Commercial Advertising Art by Harold McCauley
In the 1960s, after a successful career as a pulp, and later, paperback cover artist, Harold McCauley was faced with the reality of a dwindling market for his brand of sci-fi and fantasy illustration. Moving away from freelance work, the artist found employment as a company illustrator for The Martin Marietta Corporation, an American manufacturing company founded in 1961 through the merger of Glen L. Martin Company and American Marietta Corporation. The combined company became a leader in chemicals, aerospace, and electronics. In 1995, it merged with Lockheed Corporation to form Lockheed Martin.
This gouache painting shows three seaplanes soaring through lightly clouded skies as ocean waves roll and crash below them. This is a rare surviving example from this important era in the artist’s career.
The painting is signed in the lower right by McCauley and is housed behind glass, beautifully matted, and professionally framed.
About the artist: Harold W. McCauley
Harold William McCauley was born July 11, 1913 in Chicago. His father was William James McCauley of Illinois. His mother’s name is not known. She was also from Illinois. She died of complications a few months after his birth. She was around twenty years old. His father was twenty-two, and worked at a local brewery, and eventually at the Triannon Ballroom, one of Chicago’s most historic jazz venues.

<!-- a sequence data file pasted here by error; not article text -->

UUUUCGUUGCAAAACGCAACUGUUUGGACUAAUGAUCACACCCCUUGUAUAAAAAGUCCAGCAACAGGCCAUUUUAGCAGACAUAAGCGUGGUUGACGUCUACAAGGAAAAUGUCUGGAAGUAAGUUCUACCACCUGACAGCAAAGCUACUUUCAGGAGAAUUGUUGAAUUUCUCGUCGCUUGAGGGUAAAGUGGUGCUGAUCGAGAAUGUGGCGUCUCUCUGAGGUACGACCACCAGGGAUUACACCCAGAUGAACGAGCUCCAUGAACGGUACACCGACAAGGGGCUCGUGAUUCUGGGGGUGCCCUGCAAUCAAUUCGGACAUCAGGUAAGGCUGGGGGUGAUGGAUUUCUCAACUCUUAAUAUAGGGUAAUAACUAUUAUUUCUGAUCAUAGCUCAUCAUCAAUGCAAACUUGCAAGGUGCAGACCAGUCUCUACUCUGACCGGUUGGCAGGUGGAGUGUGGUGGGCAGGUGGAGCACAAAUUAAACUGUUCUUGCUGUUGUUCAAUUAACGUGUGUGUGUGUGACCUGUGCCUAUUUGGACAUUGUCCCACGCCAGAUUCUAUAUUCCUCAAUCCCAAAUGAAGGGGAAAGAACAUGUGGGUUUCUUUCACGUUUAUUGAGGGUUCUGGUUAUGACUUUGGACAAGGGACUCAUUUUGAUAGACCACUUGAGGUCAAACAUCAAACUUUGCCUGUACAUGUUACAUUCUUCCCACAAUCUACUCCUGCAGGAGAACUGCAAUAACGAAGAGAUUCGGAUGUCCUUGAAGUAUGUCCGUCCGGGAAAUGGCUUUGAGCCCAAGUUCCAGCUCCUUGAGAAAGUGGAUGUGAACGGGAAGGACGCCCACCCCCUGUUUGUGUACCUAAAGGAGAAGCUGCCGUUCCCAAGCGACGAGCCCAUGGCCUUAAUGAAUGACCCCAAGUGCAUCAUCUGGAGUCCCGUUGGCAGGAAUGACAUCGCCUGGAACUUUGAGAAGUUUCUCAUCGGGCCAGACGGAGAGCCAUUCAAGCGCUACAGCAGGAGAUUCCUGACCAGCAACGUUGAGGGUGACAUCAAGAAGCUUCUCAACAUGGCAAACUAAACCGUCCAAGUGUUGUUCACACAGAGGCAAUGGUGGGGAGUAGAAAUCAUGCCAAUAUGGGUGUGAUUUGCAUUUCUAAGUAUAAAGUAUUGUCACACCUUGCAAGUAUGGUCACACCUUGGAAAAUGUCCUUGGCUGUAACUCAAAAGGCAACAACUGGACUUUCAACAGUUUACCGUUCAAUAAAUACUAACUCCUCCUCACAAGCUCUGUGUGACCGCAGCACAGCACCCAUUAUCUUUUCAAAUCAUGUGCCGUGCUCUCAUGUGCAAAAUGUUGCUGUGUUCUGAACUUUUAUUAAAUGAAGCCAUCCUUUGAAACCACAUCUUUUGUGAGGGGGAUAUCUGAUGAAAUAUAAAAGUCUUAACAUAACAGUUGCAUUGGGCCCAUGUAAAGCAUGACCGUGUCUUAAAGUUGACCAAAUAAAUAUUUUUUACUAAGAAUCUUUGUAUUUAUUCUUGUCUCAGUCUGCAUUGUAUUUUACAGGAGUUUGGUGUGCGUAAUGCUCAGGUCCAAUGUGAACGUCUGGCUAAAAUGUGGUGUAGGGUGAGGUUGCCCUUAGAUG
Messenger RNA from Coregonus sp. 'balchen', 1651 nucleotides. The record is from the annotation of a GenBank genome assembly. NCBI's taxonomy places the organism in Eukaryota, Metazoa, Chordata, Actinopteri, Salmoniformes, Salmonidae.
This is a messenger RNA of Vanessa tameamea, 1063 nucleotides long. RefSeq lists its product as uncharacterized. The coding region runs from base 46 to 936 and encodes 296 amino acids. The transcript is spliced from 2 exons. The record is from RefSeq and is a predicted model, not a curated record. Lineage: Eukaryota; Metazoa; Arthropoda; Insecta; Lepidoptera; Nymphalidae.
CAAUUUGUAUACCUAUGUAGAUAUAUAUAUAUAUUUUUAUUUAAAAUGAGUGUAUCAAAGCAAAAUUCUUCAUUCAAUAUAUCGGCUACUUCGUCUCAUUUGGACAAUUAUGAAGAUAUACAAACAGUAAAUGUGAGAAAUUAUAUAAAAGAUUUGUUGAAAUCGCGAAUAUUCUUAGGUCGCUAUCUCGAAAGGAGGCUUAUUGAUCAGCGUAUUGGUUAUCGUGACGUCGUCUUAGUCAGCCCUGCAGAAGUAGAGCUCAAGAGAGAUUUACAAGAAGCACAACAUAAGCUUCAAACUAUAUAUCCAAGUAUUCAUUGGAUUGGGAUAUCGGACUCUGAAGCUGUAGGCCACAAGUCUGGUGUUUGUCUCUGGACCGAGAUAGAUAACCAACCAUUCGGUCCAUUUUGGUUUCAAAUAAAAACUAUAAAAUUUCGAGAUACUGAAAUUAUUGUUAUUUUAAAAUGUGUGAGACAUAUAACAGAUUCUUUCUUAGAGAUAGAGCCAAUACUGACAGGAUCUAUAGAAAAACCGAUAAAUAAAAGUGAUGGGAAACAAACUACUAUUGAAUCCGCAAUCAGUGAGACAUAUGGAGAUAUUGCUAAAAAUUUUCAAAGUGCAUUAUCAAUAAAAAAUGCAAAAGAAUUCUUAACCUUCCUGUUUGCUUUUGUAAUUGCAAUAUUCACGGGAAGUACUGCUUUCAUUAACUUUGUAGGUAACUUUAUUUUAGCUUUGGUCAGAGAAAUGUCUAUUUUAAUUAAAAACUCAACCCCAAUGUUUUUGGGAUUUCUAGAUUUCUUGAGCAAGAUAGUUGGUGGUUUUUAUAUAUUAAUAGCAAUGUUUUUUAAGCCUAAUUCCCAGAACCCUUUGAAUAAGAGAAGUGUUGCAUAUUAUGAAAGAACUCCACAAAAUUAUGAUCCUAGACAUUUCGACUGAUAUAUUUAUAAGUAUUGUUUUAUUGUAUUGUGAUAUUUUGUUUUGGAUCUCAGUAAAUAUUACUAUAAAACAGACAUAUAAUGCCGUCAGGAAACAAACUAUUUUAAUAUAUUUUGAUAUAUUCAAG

Harold McCauley was raised without formal adoption by his maternal grandmother, Christiana Grace, who had recently married her second husband, Fred Grace, a machinist at a piano factory. They lived at 3440 West 47th Street in Chicago.
In 1927, at the age of fourteen, he studied at the Art Institute of Chicago with J. Allen St. John, who inspired him with an interest in science fiction and fantasy art. He later studied at the American Academy of Art in Chicago.
In 1934 at the age of twenty-one he began to suffer from a chronic heart condition.
From 1939 to 1942 he worked in Haddon Sundblom’s busy Chicago art studio, where he happened to pose for Sundblom’s original painting of the cheerful Quaker Oats Man.
In 1942 during WWII, he was age twenty-nine and suffered a disabling spinal condition, so he was not medically fit to serve in the military.
After 1946 he worked as a staff artist at the Chicago-based publishing house, Ziff-Davis. He painted covers for their pulp magazines Amazing, Fantastic Adventures, Imaginations, Imaginative Tales, Mammoth Detective, and Mammoth Western.
On his fortieth birthday, July 11,1953, he married his model, Grace Lorraine Lindeman. They lived in Chicago at 7650 South Campbell Avenue, where they raised one son and two daughters.
In the 1950s he created advertising art for Coca-Cola, Pepsi, Orange Kist, and Schlitz Beer. He also painted pin-ups and calendar art.
In 1958 he painted interior story illustrations for the men’s magazine, Rogue.
In the early 1960s he worked for an erotic paperback publisher, Nightstand Library, of Evanston, IL.
In 1962 he moved to Melbourne, Florida, to work as a staff artist for a defense contractor. He also taught private art classes from his home studio on evenings and weekends.
In 1970 he underwent an innovative operation of open heart surgery, from which he endured a lengthy recovery.
Harold McCauley died from Pneumonia in a hospital in Melbourne, Florida, at age sixty-four on December 16, 1977.
© David Saunders 2009, Field Guide To Wild American PULP ARTISTS